We Californians have been pretty smug about it for years now — even decades. But it all may be coming to an end.
I’m talking about our laws addressing climate change, the way we treat animals, consumer protections and workplace safety — you know, all that effete left-coast stuff.
We’ve congratulated ourselves on how advanced, far-seeing, humanitarian and generous we are. We didn’t seem to know, or care, that the California approach to issues was resented by those in other parts of the country (read: Republicans) who thought it was all profit-eating nonsense.
Now, they’re mounting an attempt in Washington to gut California laws that we think are splendid and they think are anti-bidness.
Chief among them is a California law that protects consumers from toxic chemicals. A bill in Congress would strengthen federal law on the issue (hooray!) but in so doing would overrule California’s stricter law. Federal law preempts state law. But you know that.
“… Republicans have taken up the argument that they need to curb such regulatory trailblazing to protect the rights of other states, particularly deep-red ones that don’t want their industries faced with either following California’s rules or being cut off from the country’s biggest market. They argue that the state’s regulations have gotten more aggressive. State officials say a more conservative Republican Party now puts business interests ahead of protecting states from Washington’s authority,” the estimable Evan Halper tells us in the (still mighty) Los Angeles Times.
The view from Sacramento, Westside Los Angeles and the San Francisco Bay Area has pretty much always been that those ill-educated, ill-informed, obese primitives living in large portions of the South and Midwest have their quaint customs and folkways. They pursue their native dances, eat their simple foods and seek to preserve their ancient legends. We tsk, tsk, the way a missionary would do upon meeting tribes in the backwaters of New Guinea, but unlike the missionaries, live and let live, that’s our motto.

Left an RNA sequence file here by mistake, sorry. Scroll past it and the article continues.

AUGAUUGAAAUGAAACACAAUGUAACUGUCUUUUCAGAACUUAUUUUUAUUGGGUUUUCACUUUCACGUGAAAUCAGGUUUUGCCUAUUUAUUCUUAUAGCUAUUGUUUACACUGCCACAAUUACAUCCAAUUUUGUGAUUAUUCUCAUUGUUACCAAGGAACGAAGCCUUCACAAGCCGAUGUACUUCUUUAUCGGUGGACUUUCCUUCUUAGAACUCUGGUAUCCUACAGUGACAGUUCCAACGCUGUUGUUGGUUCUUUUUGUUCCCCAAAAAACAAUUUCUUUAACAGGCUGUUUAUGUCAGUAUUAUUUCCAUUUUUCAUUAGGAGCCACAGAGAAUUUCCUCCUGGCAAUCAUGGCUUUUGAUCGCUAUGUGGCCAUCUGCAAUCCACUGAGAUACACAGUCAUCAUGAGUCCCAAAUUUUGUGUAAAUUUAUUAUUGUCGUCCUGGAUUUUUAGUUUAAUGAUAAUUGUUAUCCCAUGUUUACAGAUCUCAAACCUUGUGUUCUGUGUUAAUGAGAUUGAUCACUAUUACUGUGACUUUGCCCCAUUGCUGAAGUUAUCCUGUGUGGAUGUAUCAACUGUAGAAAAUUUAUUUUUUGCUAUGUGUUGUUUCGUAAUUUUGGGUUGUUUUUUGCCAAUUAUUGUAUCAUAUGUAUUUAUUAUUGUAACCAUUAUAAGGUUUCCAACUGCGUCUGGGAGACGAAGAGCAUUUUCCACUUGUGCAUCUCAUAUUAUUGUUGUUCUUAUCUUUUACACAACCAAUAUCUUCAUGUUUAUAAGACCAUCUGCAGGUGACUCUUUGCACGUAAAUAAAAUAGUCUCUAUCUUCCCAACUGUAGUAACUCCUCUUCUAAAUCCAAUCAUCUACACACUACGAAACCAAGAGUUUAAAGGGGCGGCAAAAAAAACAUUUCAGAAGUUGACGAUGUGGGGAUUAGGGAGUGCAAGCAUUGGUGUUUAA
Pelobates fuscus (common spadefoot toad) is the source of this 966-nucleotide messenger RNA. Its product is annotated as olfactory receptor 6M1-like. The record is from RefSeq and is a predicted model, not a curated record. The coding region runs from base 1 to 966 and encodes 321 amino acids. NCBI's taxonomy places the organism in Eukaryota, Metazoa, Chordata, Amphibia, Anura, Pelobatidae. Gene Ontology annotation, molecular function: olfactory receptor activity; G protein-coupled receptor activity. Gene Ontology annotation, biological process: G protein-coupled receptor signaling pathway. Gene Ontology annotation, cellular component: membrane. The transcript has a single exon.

Now, the primitives are taking advantage of gridlock and Republican control of the House and are setting off on a crusade to override, among other things, California laws prohibiting the sale of eggs from hens who are confined to narrow cages. They also don’t like this nonsense about banning the sale of foie gras because it’s cruel to geese. And phasing out inefficient light bulbs? Please.
It’s all hard on profits, you see. You can make much more money destroying the environment, harming animals and harming people than you can by paying attention to the environment and decency.
A bill by the late Democratic(!) Sen. Frank Lautenberg and David Vittner, who is a Republican from that environmental paradise known as Louisiana, would override California law on toxic chemicals. It goes by the knee-slapper title of the “Chemical Safety Improvement Act.”
If you were a political scientist you might say, “What about the traditional Republican regard for states’ rights in the face of an overweening federal government? California is a state, remember?”
To which the Party of No would reply, “What are you talking about? This has to do with profits. Never mind the damn geese and the damn chickens and fancy-ass light bulbs and this idea that chemicals used by Americans may not always be good for you. States’ rights are fine when it comes to putting obstacles in the way of undesirable voters, but not when it comes to profits. What are you, anyway, a Muslim?”
There may be hope of salvaging something from the red onslaught. Sen. Barbara Boxer, that stalwart California liberal, chairs the Senate’s Environment and Public Works Committee, after all.
Rep. Jared Huffman, whose district is based in deep blue Marin, summed it up nicely for the Times’s Halper:
“I have a state that wants to set the bar higher. On human health, on animal cruelty, on all sorts of things. The federal government should be supporting that. But there are some industries that are on a race to the bottom.”
McFadden, who molded public opinion as a reporter for The Associated Press more years ago than he likes to think about, is the author of “Trailblazer: A Biography of Jerry Brown” recently published by The University of California Press.